On December 2, the Central American Free Trade Agreement ("CAFTA") was introduced in the Salvadoran legislature for approval. The government is calling for a vote within a week on the treaty. The treaty is opposed by the FMLN, but the ARENA and PNC parties support the trade pact and have sufficient votes for its passage. In introducing the treaty to the legislature, the government proclaimed it to be necessary for the economic progress of the country and to avoid El Salvador becoming isolated in the world economy. The treaty is opposed by a variety of nongovernmental organizations, activists and religious organizations in El Salvador. The Bush administration is expected to introduce the treaty in the US Congress for ratification in the spring.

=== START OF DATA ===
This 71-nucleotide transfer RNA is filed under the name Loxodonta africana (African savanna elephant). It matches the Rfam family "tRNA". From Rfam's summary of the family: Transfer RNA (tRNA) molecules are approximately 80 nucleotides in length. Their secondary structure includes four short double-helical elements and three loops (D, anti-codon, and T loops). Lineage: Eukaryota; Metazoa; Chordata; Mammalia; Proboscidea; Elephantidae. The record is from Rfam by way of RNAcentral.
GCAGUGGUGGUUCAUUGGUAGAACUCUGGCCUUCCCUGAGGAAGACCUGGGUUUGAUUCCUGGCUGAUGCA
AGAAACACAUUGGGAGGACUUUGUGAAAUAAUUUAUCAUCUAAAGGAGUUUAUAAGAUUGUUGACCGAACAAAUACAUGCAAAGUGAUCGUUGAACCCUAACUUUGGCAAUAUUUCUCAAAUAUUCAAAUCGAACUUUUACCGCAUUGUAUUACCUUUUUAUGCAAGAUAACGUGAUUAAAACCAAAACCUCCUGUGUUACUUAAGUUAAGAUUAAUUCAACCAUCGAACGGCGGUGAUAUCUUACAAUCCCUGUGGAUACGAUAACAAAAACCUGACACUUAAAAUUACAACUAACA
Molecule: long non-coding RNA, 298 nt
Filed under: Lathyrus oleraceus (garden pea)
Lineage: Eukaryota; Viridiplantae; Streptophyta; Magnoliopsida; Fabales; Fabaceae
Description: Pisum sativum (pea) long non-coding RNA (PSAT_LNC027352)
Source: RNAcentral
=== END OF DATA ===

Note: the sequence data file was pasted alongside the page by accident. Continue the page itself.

The Washington Post drew the connections between the CAFTA ratification debate and the Gilberto Soto case in its most recent coverage. The Post writes that
Employers in the region have often been backed by governments desperate to attract foreign investment to their poor countries, which increasingly find themselves competing with nations such as China where workers are paid even less.
Debate over the trade pact in Congress, expected to begin early in 2005, will bring to the forefront the tensions between pro-business governments that want to create more jobs and rights groups demanding decent wages and working conditions. Seventy-two Republican and Democratic members of Congress recently signed a letter to Powell pressing for an investigation of Soto's killing.
The Post points out that unionization has dropped from 15% of the workforce after the 1992 peace accords were signed to 5% now. It quotes labor activists assertion that the pro-business governments of the past 15 years in El Salvador have systematically worked to crush unions.